My Early 2D Stuff
Everybody has to start somewhere. Assembling the material for this page was like uncorking a time capsule. All of it was done on the original Amiga, the A1000, in 1986 and 1987, using Deluxe Paint, AmigaBASIC, and Workbench 1.1 and 1.2.
Back when computer memories were measured in Ks rather than Ms or Gs, an economical way to produce animation was to cycle the color palette. The pixel data, an array of indexes into a color lookup table, doesn't change at all. The colors in the table are cycled to create the illusion of motion.
While playing around with random dissolves and animated effects, I wrote an AmigaBASIC program to create this frog. He appeared on the screen one random block at a time, then his eye and mouth sequences were played at random intervals. I used the Amiga's built-in text-to-speech facility to give him a good croak. The random feel is recreated here by making the frame rates of the parts relatively prime, but in the original, he could go for a long time without croaking, which gave the animation an element of suspense.
Yeah, I know
My wife thought he was cute. This, of course, is Unilever's fabric softener bear.
Note the difference between the two small blue stars in the lower left. One exhibits aliasing, a jagged stairstep effect caused by undersampling. The edges of the other one have been blurred in a precise way that, while not eliminating the sampling error, spreads it around so that it's much less objectionable to the eye. I antialiased a number of my early images by hand, one pixel at a time. The antialiased drawing tools everyone now takes for granted didn't exist.
For a time, I experimented with using needlepoint and cross stitch patterns to paint images, sort of a digital paint-by-numbers. The patterns seemed ideal for this, since they were already laid out on a grid and used a relatively small palette. The results were often excellent, but they're unoriginal, of course, and the work is incredibly tedious, with none of the salutary meditative benefits of doing real needlepoint.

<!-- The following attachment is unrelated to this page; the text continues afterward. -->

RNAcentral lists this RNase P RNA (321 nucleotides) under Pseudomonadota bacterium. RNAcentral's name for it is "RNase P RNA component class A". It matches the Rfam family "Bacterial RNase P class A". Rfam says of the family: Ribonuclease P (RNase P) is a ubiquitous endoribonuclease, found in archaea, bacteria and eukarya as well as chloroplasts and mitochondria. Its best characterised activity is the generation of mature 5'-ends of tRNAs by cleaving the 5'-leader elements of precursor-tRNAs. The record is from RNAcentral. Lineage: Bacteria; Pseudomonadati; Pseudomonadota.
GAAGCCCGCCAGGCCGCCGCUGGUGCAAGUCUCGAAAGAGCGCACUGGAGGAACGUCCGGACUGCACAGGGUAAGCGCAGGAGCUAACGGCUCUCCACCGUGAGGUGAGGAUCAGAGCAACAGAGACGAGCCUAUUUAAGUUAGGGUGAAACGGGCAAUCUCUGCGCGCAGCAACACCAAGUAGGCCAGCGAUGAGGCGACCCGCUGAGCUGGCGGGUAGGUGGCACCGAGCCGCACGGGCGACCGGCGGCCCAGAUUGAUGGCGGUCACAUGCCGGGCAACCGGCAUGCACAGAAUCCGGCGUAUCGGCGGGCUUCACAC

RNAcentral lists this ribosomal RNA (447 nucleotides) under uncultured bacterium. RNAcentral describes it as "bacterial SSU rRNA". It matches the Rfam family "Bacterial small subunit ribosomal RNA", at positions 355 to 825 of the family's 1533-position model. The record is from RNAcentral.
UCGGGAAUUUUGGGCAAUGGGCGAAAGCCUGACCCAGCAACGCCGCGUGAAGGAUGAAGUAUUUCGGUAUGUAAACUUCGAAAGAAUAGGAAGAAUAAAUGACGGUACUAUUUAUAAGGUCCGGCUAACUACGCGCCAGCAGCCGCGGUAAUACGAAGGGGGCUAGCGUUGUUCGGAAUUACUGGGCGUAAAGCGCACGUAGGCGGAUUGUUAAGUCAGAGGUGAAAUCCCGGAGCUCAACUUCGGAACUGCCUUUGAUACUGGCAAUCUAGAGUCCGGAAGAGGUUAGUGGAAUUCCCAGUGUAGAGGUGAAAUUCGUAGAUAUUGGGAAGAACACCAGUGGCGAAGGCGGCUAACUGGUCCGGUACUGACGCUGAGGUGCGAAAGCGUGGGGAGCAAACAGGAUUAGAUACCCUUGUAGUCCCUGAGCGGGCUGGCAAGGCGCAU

I considered doing this in reverse, turning original digital images into needlepoint patterns, but I never actually tried it.
IBM PC XT
If you remember when every computer looked like this, you're at least
as old as I am. Compared to current machines, the CPUs were thousands of
times slower and the fixed drives nearly a million times smaller. Their
12-inch screens supported 16 colors, and their speakers supported sounds
click. An XT cost $5000 in 1985 (more than
$12,000 in today's dollars).
I painted this for my father-in-law. CAAPS was a process simulation program he wrote for his chemical engineering students.
Cylindrical Object Period
This image was based on a photograph. To get the proportions right, I transcribed the outlines using a grid technique sometimes taught to beginning art students. (Remarkably, there's now at least one company with a line of art products designed for this approach.)